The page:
Interview Space policy expert Dr Bleddyn Bowen, of the University of Leicester, has told The Register that the UK faces considerably more hurdles replacing Galileo than just coughing £92m of "Brexit readiness" readies for a feasibility study on a homegrown version.
The good Doctor's comments are timely, as the British government snuck out a statement at midnight on Friday to the effect that the UK is indeed going to have a crack at building its own version of the navigation system.
Citing concerns about the military having to use a secure system, the development of which it was not fully involved in, the UK's Prime Minister, Theresa May, stomped off in a huff to work out how to use the US's "trusted" GPS instead while Blighty potentially spanks billions on its own effort. Ouch.
Bowen, whom eagle-eyed Reg readers might remember patiently explaining to Parliament's Exiting the European Union Committee how satellite navigation worked back in May, has pointed out that recent UK grandstanding on building its own version simply won't, er, fly.
There are oh-so-many issues, starting with a lack of spectrum for the things to actually communicate on.
Bowen explained that "hammering out where in the spectrum we can use is extremely important because that's also partly why America and the EU had such a spat in 2003, when the EU was pursuing its Galileo system. Because the way the EU originally wanted to do Galileo would interfere with GPS's operations."
It took a while, but the two countries eventually came to an understanding that made the systems interoperable. Neat.
The International Telecommunications Union (ITU) has also allocated portions of the available spectrum to China's BeiDou satellite navigation system. India and Japan have regional navigation systems in the form of NAVIC and QZSS respectively. And then there is of course the EU's Galileo and the GPS of the US.
There isn't a lot left for Blighty's domestic Global Navigation Satellite System (GNSS) effort. We prefer "Brexit Satellite", or BS for short.
Bowen observed that all GNSSes are not born equal. GPS and Galileo lurk in Medium Earth Orbit (MEO), while China's were, well, all over the place, with some in geosynchronous orbit and others in MEO. "So a lot of the technical stuff can only be hammered out once Britain knows the sort of frequencies it can use."
The UK will need to go to the ITU to scrounge some frequencies for its BS, which, as Bowen said, "is going to take a lot of time and resources".
At this point, those keen to take back control would suggest that Blighty should simply do what it wants as it bestrides the sunlit uplands of a glorious, post-EU future.
Not so fast, said Bowen. "If it just does what it wants, it could generate a system that does interfere with other users and other navigation systems and the UK will face consequences."
While the ITU is somewhat toothless, it does have rules. And the Brits, of course, love a rule. Stomping over the ITU will infuriate the other big players, and undermine the UK's position in the organisation. So "Britain can't be unilateral about this," according to Dr Bowen.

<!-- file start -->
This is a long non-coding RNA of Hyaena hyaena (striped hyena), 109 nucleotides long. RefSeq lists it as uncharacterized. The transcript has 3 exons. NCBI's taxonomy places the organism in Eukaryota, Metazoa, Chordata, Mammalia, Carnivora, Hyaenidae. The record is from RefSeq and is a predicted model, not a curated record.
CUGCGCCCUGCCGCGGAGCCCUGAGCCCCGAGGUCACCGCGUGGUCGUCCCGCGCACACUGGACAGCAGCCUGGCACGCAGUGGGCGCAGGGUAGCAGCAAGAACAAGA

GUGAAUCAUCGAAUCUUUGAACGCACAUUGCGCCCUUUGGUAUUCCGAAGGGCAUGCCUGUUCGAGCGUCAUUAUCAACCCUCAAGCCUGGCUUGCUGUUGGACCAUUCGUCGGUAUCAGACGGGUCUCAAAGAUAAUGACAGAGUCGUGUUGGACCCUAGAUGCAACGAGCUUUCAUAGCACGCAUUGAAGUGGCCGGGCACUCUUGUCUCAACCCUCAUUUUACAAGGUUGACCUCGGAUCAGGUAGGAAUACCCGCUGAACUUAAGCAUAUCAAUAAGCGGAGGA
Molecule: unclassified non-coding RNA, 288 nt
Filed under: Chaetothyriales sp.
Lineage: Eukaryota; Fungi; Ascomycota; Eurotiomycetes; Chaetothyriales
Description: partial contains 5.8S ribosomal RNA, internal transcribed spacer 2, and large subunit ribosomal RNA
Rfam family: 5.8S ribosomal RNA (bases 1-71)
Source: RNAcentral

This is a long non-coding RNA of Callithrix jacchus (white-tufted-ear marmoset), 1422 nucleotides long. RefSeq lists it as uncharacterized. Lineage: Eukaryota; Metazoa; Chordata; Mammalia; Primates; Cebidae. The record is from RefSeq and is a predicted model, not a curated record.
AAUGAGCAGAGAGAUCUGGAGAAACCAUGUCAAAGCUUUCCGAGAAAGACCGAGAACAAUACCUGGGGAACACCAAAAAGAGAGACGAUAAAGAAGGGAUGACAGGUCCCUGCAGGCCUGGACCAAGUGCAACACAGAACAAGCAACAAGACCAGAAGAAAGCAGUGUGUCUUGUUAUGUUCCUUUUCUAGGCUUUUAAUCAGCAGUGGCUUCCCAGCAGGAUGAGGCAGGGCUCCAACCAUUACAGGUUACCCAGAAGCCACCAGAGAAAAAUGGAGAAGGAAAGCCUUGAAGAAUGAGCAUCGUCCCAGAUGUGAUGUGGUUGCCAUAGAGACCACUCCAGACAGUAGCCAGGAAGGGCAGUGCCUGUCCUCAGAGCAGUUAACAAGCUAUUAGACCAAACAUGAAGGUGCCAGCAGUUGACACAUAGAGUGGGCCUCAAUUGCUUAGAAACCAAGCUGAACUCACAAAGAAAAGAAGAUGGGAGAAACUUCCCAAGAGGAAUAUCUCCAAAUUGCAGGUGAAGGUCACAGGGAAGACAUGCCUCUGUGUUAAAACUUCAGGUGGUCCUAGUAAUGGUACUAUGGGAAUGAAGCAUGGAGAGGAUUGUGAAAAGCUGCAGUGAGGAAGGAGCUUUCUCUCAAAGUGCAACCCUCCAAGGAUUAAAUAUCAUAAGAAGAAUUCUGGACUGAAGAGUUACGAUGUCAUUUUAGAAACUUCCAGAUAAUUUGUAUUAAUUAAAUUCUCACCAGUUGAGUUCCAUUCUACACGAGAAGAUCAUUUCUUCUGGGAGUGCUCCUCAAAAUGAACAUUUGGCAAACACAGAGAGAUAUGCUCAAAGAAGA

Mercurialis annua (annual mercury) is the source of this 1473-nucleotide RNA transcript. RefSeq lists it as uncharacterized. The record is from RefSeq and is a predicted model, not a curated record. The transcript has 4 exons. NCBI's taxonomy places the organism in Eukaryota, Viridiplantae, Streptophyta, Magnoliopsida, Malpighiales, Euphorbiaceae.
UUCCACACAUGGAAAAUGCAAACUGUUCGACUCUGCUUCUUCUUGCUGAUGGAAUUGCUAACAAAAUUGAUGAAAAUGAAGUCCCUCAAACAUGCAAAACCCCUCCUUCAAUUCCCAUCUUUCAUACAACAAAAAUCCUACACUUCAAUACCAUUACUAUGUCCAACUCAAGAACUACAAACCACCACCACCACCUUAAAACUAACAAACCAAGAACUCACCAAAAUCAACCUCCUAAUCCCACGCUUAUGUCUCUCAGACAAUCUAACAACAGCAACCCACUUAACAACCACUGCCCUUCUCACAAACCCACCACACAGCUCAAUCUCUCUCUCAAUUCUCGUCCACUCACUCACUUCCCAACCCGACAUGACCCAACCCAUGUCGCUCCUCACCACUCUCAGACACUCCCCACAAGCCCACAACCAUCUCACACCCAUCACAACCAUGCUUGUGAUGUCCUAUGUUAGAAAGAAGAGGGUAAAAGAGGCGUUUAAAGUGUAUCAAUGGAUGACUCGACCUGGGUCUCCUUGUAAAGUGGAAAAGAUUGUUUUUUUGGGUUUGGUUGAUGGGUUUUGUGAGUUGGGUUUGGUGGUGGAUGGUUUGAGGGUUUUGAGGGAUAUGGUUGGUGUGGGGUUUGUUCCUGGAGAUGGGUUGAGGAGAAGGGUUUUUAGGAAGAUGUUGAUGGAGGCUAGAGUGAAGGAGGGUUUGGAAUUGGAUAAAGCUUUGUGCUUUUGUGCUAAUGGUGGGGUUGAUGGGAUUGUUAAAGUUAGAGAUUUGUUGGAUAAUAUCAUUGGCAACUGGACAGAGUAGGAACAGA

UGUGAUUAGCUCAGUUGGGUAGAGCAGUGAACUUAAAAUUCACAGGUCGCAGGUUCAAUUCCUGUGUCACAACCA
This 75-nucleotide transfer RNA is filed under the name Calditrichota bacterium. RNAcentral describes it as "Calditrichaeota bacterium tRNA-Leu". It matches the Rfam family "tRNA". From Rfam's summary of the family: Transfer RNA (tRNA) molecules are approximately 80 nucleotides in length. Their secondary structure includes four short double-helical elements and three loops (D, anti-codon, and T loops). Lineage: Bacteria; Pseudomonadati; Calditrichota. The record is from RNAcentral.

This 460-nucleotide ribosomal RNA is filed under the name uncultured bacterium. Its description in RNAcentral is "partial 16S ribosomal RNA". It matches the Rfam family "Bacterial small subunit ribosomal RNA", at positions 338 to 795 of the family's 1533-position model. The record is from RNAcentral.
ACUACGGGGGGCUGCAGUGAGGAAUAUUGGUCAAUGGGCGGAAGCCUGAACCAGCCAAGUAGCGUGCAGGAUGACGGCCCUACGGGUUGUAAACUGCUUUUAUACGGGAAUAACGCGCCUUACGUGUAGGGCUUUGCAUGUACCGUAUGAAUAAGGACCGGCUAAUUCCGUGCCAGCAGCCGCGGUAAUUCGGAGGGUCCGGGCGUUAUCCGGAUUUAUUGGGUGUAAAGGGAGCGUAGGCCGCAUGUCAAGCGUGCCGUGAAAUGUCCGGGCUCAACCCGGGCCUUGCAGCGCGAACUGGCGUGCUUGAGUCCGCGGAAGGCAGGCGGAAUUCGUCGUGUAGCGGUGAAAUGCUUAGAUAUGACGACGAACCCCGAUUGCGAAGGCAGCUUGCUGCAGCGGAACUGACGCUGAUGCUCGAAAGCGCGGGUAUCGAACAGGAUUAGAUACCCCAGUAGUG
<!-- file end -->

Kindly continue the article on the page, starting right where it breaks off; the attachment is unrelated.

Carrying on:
Assuming, after years of negotiation (it took the US and the EU the best part of three years) the UK gets its hands on some frequencies, the problems don't end there. The position of those frequencies in the band will determine the design and position of the satellites. It cannot be a simple copy of Galileo and will "require new innovations", Bowen said. "You can't just copy and paste."
You want to spend £92m on what, exactly?
The UK intends to spend £92m over the next 18 months deciding what to do. Bowen questioned where that figure had come from, pointing out that it is considerably more than the government planned to invest in UK launch facilities such as the Sutherland Space Port.
Bowen called for the government to put its money where its mouth is regarding UK space ports, and said: "If you were really serious about trying to stimulate launch providers for small satellites in the UK, why not effectively triple your original bid and give them £150m? Put that £92m into the launch sector as well, if you're that serious about it."
The US, which provides the GPS on which NATO depends, is in negotiations with the EU on getting access to Galileo's Public Regulated Service (PRS) as a back-up for its own system. It is the loss of access that has got UK military's knickers so very twisted. Bowen sees little point in the UK going it alone and warned against "fatalism" in negotiations. While the UK space industry will, of course, have its snout whipped from the EU trough, Bowen told us: "I'm fairly optimistic that with the right negotiation, in due course, that Britain will be able to get its way back into Galileo's PRS as a passive user."
Finally, as with many space programmes, Bowen reckoned that the already eye-watering price tag (estimated to be anywhere up to £5bn) of Britain's BS would likely not be enough, with the final system likely over budget and behind schedule.
He called for negotiations to continue. "Having British military forces that can work with the same systems as the EU's technological infrastructure as passive users, I think, works for both sides and is not going to really cost the EU much extra because if America could open up GPS in that way to its allies, the EU can open up PRS to its allies in that way as well." ®
Sponsored: Webcast: Ransomware has gone nuclear